Everyone goes to the awesome concert in Dr Chang's museum, as Desmond had planned. He makes some big announcement, taking the stage. "You all know each other, brothers" or something. Everyone finds out they lived together for a few years being terrified on a magical island, and gets a glimpse of the other person they could be. For pretty much everyone though, these other lives do not sound too enticing a prospect. The Kwons are dead, as is Charlie, Sayid, Charlotte, Farraday, Widmore, Ana Lucia, Libby, Boone, Shannon, Michael. Pretty much everyone is either dead, miserable or currently enahbited by a two thousand year old spirit in the Original timeline, so why would anyone want to move there? Well maybe it's the other way around. Maybe the on-island timeline is now an impossible future, and everyone has to leave. Sawyer gets to be a cop, Hurley gets his girl, as does Hurley. Ben is a decent man, and Locke gets to live again. The only ones who wouldn't immediately jump across are Kate and Jack, and once again the reasons for that are to do with parenting.

Yes, as I said three years ago in the New York Post, this show is all about the absent fathers. And I think it's going to be the decision Jack has to make as to whether to stay and protect the island, or move across and be a father to his child, which will be the end of the whole show. Similarly, as Jacob pointed out in this weeks episode, Kate is now mother to Mad Claire's Aaraon. She's not going to jump at the chance to be a con on the run again.

Flocke/the Man in Black rocks up in the Alternative Timeline

I really liked The Lost World, as I'm a sucker for T-Rex's marauding down the streets of Middle America. I'd be really disappointed if we didn't get to see old Smokey transfer across to the real world and go rip up some strip malls before the show finishes. He's been talking about it for half this season, and despite it sounding like signalling the end of life as we know it, I'd quite like to watch that happen. I assume he'll turn up in the Alternative Timeline, because otherwise we really have no investment in the world he's pillaging. Besides, other than Widmore turning up from there a few episodes ago, we have no evidence to suggest that since the bomb went off the Real World exists in the Original Timeline. Anyway, here are some ideas as to how he'll turn up.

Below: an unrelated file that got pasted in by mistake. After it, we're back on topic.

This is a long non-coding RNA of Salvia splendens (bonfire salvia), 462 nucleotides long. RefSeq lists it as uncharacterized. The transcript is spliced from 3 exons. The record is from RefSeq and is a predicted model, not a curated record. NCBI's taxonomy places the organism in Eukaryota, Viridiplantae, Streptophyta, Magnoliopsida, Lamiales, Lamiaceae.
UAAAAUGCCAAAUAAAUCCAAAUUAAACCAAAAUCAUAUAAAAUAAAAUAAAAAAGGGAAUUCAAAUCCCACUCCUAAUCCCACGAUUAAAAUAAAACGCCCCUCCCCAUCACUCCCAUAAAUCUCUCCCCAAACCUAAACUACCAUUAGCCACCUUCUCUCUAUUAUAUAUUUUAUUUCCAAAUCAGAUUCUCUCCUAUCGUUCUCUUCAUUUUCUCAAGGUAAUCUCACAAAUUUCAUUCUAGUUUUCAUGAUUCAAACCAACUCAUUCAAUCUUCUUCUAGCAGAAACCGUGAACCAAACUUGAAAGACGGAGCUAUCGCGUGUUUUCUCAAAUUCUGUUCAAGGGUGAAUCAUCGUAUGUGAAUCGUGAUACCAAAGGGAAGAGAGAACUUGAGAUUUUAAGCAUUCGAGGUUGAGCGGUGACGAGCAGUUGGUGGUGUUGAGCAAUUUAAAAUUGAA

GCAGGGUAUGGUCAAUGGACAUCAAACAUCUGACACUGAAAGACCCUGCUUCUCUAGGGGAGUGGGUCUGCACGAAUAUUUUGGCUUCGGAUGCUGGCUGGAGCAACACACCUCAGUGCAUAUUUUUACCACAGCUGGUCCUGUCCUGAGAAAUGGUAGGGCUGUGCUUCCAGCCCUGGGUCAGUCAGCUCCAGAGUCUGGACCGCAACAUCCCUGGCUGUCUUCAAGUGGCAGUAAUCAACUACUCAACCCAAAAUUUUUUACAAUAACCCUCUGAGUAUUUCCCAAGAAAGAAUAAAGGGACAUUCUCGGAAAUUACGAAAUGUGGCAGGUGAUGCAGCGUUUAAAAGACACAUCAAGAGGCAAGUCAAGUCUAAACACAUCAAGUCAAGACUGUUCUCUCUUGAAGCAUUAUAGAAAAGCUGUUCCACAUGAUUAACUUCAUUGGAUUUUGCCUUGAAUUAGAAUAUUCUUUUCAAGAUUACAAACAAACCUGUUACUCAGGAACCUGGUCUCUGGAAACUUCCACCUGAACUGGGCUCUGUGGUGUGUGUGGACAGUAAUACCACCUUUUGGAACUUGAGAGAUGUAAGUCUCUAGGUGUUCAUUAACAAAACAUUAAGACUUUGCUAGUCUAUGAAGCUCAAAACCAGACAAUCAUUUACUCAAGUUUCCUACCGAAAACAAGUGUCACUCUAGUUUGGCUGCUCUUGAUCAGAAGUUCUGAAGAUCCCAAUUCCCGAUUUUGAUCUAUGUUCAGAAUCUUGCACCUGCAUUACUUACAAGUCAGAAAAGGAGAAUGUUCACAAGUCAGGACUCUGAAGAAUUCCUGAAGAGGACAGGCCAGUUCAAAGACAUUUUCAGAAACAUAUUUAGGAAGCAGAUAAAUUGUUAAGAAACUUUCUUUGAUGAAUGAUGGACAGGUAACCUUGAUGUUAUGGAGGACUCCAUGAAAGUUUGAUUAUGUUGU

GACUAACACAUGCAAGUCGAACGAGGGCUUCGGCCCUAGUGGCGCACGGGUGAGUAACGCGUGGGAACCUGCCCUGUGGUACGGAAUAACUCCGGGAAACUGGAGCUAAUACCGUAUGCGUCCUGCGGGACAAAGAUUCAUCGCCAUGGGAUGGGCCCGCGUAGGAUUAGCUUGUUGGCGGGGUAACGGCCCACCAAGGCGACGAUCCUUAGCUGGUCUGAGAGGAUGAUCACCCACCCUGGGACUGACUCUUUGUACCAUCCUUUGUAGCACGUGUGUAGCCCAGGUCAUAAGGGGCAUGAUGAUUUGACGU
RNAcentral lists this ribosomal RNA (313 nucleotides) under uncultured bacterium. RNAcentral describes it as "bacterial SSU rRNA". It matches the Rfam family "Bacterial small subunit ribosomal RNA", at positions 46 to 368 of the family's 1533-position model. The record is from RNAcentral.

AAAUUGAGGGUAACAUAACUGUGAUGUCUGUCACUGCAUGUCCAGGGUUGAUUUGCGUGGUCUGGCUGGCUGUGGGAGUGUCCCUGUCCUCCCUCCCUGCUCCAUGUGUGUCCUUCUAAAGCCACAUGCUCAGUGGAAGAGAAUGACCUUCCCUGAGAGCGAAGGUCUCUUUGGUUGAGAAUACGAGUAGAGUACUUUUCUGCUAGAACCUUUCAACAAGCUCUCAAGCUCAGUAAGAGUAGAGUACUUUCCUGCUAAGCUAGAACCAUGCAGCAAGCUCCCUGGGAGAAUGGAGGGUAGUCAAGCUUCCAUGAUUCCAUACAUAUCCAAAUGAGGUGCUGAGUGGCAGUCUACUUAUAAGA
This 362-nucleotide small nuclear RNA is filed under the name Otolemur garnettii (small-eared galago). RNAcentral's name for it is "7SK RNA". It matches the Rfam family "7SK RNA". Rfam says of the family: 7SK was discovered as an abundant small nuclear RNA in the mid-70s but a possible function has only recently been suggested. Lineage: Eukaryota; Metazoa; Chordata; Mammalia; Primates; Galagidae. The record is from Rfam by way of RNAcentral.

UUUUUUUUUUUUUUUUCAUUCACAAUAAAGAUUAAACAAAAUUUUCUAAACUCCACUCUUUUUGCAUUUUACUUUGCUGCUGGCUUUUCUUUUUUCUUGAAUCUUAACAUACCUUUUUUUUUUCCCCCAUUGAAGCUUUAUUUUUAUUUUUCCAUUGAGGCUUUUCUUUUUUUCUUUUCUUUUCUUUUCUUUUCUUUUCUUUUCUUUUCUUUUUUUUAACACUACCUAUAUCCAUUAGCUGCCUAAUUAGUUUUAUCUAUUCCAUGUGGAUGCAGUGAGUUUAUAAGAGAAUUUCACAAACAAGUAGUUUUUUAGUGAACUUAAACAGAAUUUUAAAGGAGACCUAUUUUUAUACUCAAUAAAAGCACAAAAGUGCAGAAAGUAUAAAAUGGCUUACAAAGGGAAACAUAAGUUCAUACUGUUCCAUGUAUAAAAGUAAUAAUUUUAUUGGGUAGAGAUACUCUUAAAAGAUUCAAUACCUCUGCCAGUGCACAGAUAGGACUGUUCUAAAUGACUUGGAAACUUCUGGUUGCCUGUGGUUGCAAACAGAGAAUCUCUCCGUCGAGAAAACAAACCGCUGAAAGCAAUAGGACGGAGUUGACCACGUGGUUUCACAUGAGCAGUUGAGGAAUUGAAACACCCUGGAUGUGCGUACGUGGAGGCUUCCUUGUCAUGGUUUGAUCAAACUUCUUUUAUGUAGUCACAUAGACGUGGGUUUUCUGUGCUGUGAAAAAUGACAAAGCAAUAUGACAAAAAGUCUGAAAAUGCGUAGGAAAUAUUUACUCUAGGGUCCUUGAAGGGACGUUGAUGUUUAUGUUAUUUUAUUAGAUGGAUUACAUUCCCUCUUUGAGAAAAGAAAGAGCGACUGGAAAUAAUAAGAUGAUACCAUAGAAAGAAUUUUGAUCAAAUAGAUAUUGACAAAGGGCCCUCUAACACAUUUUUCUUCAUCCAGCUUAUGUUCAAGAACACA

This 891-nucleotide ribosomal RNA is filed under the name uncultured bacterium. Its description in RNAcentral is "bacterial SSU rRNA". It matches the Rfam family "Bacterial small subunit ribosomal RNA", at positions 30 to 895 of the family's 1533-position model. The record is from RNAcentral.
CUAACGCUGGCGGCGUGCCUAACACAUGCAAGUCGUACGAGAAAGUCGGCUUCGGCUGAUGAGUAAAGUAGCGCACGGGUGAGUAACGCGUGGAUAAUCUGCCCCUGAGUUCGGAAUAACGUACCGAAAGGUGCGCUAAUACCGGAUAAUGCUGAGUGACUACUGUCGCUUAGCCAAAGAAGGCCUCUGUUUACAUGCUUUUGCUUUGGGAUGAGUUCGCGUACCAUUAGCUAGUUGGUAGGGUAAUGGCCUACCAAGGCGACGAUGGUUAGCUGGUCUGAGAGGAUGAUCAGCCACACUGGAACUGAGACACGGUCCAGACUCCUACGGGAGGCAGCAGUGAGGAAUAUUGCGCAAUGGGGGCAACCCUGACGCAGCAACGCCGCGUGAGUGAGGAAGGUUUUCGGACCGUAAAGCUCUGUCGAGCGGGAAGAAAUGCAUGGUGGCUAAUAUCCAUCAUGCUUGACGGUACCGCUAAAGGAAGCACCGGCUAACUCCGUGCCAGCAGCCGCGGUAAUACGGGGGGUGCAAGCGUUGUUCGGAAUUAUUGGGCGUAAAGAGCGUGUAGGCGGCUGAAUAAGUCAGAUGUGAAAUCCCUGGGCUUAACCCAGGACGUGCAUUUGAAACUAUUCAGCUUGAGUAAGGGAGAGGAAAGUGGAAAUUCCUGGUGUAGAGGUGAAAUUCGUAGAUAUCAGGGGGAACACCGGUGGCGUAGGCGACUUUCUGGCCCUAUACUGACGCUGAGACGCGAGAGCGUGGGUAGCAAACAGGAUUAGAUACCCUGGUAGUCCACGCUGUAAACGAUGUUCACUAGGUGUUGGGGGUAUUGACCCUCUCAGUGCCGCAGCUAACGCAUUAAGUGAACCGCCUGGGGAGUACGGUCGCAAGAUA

Jack's Dad's coffin will turn up at the concert. Inside will be his corpse, possessed by the the Smoke Monster.

Locke will go into emergency surgery. The person who comes out is Flocke.

Other things that we are going to see which will be exciting

We'll find out that Juliet is Jack's ex-wife and the mother of his child. She's the one ex-cast member who's been conspicuously absent from the Alternative Timeline so far.

We'll finally get to see who those people that chased Sawyer, Juliet et all on the outrigger during all that time-traveling nonsense in season five were. Remember that Sawyer shot and seemed to kill one of them? My bet is that he killed either Ben, Miles or himself. How very clever.

Someone will get made into another smoke monster, to replace Flocke. My bet is on Ben, but it could be Sawyer, who'd pull off the 'Do you have any idea how much I want to kill you'? beach chats a lot better.

Lots of people will die. There will be emotional fairwells, sacrifices and general melodrama. Lost is silly, but it's very good at this part of the bullshit.